Residential property

Colin Bathgate

I'm Colin and I am currently a first year trainee at Gillespie Macandrew. My journey to law thus far goes a little like...

My journey to law started from some of my very earliest memories: I am hopeless at Maths. When I say hopeless, I mean really hopeless. Anything that involved numbers beyond the price of a Mars bar has always, and still does, turn me into a nervous wreck. So when it came to choosing my subjects for exams, everything scientific was out of the window. When I was thinking about what do to after school I started to look into studying law. I didn’t know much about it, apart from that they got to wear funny outfits and use big words. It sounded like the course for me! When I started looking into law a bit more, it started to sound like combined two of my existing interests, politics and history which was exactly what I was looking for.

I left George Heriot’s School in 2013 to study Scots and English Law at the University of Aberdeen. I ended up taking a bit of a protracted route, which included four universities in three countries. It turned out this law thing was quite interesting. Well most of it was, Private International Law excluded. My time at Aberdeen was extended by a year when I got the opportunity to spend a semester at Beijing Normal University. On returning to Aberdeen to do my honours subjects, I decided to focus on property related subjects, as this was an area that I was surprised to find so interesting in my second year. It became, however the basis of my honours choices, with some legal history through in for good measure. I think what attracted me to property was how it gave me a deeper understanding of the world around me. Knowing how property law and ownership works, made me appreciate the rural and urban environments that I interacted with on a daily basis.

Despite this being an unpopular opinion, my dissertation was one of the highlights of my time at university. So much so, that I decided to pursue a research based masters at the University of Cambridge. This was an incredibly rewarding process that I would recommend to anyone who enjoyed their dissertation. Having the freedom to spend an academic year on an area of law that I found particularly interesting was a great experience. Although you do need to be a bit of a sucker for punishment to voluntarily write 30,000 words. The focus of my masters thesis was Exclusionary Rights to Land in Scots Law. While this is not directly linked to my current role, I have felt this was a very useful experience in order to provide me with a familiarity with some of the issues that I encounter on a daily basis within the Land and Rural Business Department.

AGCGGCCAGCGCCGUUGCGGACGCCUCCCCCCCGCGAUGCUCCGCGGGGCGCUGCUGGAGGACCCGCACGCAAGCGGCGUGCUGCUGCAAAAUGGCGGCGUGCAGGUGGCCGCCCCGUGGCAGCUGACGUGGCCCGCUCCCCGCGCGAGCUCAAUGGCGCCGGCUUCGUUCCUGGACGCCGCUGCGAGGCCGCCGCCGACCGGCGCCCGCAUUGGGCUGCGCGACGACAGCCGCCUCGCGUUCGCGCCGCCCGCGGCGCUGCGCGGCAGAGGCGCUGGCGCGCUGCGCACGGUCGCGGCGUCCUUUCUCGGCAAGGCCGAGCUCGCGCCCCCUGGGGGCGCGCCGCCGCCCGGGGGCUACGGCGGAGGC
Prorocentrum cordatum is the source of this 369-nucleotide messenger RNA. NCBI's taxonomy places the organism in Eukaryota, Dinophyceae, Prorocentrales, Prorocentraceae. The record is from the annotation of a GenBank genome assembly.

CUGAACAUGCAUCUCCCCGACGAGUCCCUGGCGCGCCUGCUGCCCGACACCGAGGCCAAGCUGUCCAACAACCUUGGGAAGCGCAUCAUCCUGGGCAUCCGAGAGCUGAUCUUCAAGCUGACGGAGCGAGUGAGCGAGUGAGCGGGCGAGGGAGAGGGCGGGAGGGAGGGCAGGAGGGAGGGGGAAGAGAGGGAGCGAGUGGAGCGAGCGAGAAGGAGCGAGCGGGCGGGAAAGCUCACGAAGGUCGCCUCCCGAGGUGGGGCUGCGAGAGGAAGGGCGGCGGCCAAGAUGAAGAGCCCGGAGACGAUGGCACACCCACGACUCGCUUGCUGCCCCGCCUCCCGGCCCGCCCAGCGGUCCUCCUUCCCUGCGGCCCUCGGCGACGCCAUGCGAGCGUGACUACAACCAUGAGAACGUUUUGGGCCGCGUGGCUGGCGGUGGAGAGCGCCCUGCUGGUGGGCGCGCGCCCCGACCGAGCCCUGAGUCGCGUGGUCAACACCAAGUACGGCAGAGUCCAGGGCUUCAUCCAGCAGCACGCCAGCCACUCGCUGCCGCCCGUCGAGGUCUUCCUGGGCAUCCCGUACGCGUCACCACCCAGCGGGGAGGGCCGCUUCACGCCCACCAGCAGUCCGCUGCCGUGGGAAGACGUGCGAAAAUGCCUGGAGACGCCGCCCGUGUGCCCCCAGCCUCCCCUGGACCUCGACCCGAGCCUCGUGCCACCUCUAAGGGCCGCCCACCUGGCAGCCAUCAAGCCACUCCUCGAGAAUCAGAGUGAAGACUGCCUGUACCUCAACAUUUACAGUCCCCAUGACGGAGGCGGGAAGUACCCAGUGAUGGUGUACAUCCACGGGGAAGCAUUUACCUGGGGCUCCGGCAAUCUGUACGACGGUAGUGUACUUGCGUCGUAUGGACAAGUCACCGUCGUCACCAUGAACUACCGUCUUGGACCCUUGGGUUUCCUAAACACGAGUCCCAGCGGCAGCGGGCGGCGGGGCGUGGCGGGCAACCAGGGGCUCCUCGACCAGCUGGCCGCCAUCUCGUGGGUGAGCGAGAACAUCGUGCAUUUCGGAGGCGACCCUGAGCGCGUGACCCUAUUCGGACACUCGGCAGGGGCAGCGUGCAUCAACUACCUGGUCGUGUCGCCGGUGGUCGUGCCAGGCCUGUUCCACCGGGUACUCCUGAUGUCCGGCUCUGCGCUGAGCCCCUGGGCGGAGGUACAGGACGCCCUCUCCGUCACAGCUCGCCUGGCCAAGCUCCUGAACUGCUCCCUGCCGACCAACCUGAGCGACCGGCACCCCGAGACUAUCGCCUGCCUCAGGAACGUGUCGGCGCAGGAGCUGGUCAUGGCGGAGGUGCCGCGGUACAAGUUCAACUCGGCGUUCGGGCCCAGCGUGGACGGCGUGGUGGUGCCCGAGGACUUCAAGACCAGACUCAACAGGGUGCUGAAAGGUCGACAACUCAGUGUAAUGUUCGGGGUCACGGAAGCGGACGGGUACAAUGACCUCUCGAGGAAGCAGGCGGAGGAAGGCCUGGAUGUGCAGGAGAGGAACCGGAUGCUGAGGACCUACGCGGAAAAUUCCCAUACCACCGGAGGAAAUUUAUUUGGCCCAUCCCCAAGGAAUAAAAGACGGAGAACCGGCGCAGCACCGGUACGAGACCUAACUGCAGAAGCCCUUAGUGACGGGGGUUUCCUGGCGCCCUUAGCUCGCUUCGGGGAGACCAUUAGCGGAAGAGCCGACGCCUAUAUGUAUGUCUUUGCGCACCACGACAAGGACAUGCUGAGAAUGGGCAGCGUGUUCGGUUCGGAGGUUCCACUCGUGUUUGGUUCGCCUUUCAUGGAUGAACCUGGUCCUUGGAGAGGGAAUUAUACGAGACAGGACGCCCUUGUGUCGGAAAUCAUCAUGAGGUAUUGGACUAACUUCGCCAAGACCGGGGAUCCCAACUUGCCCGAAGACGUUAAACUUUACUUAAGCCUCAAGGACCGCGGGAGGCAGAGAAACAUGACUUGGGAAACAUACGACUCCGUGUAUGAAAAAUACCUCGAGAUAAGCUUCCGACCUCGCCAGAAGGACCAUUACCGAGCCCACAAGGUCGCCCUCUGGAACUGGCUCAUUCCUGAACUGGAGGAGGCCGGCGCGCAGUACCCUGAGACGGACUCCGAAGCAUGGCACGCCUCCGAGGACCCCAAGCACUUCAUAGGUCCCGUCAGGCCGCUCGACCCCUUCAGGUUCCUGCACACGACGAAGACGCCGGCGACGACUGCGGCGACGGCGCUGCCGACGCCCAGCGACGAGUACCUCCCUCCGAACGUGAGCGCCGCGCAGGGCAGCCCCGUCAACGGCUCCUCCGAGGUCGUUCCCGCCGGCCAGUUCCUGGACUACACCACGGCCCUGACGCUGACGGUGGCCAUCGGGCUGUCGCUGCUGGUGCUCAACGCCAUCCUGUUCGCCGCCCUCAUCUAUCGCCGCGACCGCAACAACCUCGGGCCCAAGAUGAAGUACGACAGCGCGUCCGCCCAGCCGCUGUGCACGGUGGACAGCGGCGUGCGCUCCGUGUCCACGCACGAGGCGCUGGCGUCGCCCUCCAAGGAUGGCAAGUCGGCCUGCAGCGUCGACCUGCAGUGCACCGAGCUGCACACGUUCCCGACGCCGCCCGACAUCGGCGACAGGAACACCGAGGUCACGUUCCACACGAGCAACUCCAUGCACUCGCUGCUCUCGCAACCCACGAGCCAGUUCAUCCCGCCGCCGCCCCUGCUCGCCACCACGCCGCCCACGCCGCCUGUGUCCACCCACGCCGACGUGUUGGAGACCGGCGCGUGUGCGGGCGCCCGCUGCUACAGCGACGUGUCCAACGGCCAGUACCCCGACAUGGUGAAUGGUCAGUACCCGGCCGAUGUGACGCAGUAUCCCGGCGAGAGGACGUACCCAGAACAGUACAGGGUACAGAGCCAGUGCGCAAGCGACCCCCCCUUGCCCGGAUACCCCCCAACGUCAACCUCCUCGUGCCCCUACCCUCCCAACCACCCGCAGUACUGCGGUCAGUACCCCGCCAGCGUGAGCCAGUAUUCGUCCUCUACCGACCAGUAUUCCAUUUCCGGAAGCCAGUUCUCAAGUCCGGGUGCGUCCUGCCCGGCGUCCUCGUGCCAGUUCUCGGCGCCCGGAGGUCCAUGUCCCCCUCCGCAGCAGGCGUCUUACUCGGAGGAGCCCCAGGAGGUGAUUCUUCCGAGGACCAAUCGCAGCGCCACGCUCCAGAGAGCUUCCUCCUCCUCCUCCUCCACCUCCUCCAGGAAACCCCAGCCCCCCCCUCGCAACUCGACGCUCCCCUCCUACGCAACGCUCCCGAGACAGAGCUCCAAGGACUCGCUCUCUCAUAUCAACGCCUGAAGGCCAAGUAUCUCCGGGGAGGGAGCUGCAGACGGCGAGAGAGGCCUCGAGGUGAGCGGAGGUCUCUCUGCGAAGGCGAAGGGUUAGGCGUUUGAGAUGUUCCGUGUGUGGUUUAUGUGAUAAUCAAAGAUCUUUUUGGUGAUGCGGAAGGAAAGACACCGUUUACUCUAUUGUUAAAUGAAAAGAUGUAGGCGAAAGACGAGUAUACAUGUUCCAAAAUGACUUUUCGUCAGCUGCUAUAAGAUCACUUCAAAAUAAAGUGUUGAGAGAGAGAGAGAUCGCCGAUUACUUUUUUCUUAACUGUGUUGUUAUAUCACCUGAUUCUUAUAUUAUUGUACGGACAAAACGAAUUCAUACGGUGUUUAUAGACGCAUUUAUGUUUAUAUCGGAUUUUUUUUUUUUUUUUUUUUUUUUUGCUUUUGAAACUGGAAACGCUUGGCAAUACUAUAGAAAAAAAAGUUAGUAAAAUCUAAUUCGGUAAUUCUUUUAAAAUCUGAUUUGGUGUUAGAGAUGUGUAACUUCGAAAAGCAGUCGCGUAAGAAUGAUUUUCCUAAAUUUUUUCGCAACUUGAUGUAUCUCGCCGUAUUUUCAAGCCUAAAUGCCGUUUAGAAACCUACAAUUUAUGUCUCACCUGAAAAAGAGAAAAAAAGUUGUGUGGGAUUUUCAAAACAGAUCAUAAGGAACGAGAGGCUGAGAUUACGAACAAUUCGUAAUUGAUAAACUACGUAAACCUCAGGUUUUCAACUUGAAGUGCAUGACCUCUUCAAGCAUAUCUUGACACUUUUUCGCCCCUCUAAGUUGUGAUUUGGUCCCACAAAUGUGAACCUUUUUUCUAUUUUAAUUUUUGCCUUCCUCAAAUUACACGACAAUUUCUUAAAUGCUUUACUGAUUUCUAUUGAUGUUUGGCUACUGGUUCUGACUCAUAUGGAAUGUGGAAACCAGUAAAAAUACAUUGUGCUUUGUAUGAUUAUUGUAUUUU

Following my time in Cambridge I returned north to study for my Diploma at the University of Glasgow. This course was excellent practical preparation for starting the traineeship. The diploma year was slightly reduced due to Covid19, however I was delighted to start my traineeship on 1st September with the firm. While only being in the door for a matter of weeks I have had an excellent variety of interesting work that keeps me on my toes! The firm is particularly good at nurturing pre-existing interests, I have already had the opportunity to continue legal writing, with contributing to the quarterly Rural Law Updates and a Friends of the Scotsman article. I can’t think of a better place for me to be doing my traineeship.

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